WASHINGTON -- Japanese government officials might target U.S. aircraft, computer and agricultural products for retaliatory sanctions if the White House imposes steep tariffs on imported Japanese luxury cars next week, trade officials in Washington and Tokyo said yesterday.
A Japanese foreign trade ministry official in a telephone interview from Tokyo said the retaliation talk is meant to go beyond short-term pressure tactics by Japan.
"President Clinton doesn't think we'll retaliate, but we will if we're pushed and pushed, as is happening now," the official said on the condition his name wasn't used. "We are, in the government, considering a full range of options if the sanctions are imposed on June 28."
To another trade expert, Seizaburo Sato, an adviser to the Japanese government and a foreign affairs scholar at Tokyo University, the retaliation talk is aimed mainly at rattling big U.S. exporters so they'll pressure President Clinton to cancel his plan to impose 100 percent tariffs on 13 models of Japanese luxury car imports.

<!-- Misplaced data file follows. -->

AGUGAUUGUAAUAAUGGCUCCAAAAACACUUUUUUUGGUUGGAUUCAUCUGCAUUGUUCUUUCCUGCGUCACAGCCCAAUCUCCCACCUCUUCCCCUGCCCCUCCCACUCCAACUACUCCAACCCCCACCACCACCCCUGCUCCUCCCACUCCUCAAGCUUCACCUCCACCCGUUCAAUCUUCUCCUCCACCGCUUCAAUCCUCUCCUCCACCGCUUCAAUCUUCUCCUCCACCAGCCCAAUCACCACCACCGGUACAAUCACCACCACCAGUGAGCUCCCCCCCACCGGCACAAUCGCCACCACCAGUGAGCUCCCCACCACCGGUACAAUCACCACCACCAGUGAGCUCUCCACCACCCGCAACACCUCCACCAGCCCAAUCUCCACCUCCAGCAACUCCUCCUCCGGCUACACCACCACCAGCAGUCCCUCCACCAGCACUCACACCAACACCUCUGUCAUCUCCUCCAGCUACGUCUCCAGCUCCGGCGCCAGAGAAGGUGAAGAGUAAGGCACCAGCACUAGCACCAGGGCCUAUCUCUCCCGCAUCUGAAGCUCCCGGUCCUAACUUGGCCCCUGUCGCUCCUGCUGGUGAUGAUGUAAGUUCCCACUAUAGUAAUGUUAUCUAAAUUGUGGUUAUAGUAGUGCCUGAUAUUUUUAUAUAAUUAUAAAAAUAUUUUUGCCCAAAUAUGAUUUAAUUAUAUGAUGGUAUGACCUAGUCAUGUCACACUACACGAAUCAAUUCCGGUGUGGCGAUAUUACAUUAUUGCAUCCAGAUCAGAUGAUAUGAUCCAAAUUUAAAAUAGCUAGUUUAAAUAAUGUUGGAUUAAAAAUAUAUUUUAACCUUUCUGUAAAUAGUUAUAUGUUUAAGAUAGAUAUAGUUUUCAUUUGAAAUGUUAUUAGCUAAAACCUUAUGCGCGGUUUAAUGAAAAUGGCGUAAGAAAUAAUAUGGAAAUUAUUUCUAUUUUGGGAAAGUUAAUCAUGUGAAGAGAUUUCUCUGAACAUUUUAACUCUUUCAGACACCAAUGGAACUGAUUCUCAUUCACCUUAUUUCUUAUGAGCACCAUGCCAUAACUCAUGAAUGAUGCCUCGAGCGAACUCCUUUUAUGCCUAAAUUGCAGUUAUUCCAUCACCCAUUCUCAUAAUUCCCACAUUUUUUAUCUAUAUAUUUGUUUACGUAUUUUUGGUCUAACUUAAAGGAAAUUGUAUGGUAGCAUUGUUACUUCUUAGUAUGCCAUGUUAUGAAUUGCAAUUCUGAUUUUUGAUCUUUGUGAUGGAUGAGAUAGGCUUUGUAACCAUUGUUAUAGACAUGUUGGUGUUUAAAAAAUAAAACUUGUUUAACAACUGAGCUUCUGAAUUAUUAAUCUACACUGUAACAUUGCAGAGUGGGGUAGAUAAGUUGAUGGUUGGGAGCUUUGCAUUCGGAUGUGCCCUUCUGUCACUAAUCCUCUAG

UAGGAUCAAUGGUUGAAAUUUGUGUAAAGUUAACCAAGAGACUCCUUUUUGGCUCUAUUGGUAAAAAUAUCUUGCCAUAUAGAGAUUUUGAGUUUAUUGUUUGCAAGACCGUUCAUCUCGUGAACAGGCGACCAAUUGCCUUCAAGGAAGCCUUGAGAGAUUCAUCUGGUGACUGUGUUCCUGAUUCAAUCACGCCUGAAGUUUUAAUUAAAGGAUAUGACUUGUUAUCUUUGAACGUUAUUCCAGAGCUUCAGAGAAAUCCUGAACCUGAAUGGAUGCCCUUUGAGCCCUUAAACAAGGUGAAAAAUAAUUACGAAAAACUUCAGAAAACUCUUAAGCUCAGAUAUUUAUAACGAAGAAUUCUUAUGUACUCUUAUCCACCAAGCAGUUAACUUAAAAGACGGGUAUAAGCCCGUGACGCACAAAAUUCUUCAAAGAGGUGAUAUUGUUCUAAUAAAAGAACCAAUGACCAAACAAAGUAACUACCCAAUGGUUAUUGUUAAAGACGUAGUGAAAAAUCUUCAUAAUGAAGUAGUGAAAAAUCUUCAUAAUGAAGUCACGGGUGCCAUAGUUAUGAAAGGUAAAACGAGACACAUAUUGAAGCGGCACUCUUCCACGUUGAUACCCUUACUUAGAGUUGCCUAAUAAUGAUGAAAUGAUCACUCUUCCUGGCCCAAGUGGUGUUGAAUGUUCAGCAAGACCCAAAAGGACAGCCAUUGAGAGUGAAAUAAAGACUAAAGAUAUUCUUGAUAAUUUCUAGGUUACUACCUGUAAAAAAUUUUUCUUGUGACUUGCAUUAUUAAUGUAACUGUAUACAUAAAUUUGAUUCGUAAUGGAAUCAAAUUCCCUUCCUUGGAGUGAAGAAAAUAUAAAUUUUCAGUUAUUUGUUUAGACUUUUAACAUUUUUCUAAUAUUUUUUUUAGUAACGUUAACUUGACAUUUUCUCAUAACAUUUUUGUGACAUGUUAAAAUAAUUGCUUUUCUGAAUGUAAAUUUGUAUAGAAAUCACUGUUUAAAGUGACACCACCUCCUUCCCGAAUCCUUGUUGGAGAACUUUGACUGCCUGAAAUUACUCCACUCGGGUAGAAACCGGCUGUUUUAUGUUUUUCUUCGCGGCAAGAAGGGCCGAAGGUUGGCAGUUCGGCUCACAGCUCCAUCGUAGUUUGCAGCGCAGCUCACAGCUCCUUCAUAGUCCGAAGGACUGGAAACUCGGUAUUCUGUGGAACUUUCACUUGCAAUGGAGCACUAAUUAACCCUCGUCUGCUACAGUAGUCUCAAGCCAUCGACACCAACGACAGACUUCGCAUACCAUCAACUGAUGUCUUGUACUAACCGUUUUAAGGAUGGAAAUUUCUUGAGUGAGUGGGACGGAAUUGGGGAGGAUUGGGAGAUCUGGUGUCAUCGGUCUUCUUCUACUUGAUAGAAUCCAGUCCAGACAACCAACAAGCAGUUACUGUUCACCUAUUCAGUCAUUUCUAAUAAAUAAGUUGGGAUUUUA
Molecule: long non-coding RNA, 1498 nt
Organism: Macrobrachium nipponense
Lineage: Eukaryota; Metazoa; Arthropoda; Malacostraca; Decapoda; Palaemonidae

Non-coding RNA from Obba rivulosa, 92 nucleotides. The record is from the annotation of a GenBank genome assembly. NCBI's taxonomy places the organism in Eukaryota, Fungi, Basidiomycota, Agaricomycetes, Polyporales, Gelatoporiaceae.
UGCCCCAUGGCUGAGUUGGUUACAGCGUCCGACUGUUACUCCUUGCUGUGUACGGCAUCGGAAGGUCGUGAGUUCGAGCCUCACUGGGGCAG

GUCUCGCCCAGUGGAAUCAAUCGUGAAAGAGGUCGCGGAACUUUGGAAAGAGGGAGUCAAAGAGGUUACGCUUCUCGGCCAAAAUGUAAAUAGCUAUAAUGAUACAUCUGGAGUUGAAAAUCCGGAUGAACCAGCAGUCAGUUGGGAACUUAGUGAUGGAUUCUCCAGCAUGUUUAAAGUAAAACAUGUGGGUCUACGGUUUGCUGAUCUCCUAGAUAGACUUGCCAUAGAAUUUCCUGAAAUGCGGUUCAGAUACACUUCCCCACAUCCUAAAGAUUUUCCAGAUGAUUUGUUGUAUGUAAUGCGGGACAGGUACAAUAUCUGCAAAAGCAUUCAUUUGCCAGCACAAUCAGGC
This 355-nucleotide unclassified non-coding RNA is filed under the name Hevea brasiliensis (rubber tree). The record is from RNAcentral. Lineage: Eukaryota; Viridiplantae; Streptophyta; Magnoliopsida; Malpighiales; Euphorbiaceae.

Under this approach, Mr. Sato said, U.S. exporters "would become peacemakers, putting pressure on the White House to settle, to put down arms, to call off the war."
Tokyo's talk of retaliation comes as negotiators from both countries were preparing for last-ditch settle ment talks in Geneva today and tomorrow -- a week before the U.S. sanctions are scheduled to take effect. A 100 percent tariff on imported Japanese luxury cars would effectively price those cars out of the U.S. market.
So far, some big U.S. exporters say they view the possibility of Japanese retaliation as a Japanese negotiating tactic, though they nervously acknowledged that threats in trade wars sometimes turn into reality when a government's credibility is put to the test.
An executive with Boeing Corp. said yesterday on the condition of anonymity that the Japanese threat of retaliation "would have the effect of putting U.S. firms in the position of pressuring the White House to settle."
The executive said the message "isn't lost on Boeing, which is urging the White House to settle the dispute amicably" -- and soon.
Japan is Boeing's largest foreign customer.
A spokesman for the American Farm Bureau said he's concerned that the U.S. auto industry "has goaded Clinton into being unrealistically aggressive" in the current trade dispute.
"If it backfires, there will be a lot of people very unhappy, and we'll be among them," he said.
An executive with a computer firm added: "We're giving this administration the benefit of the doubt but we're also whispering -- get a deal. Please, get a deal."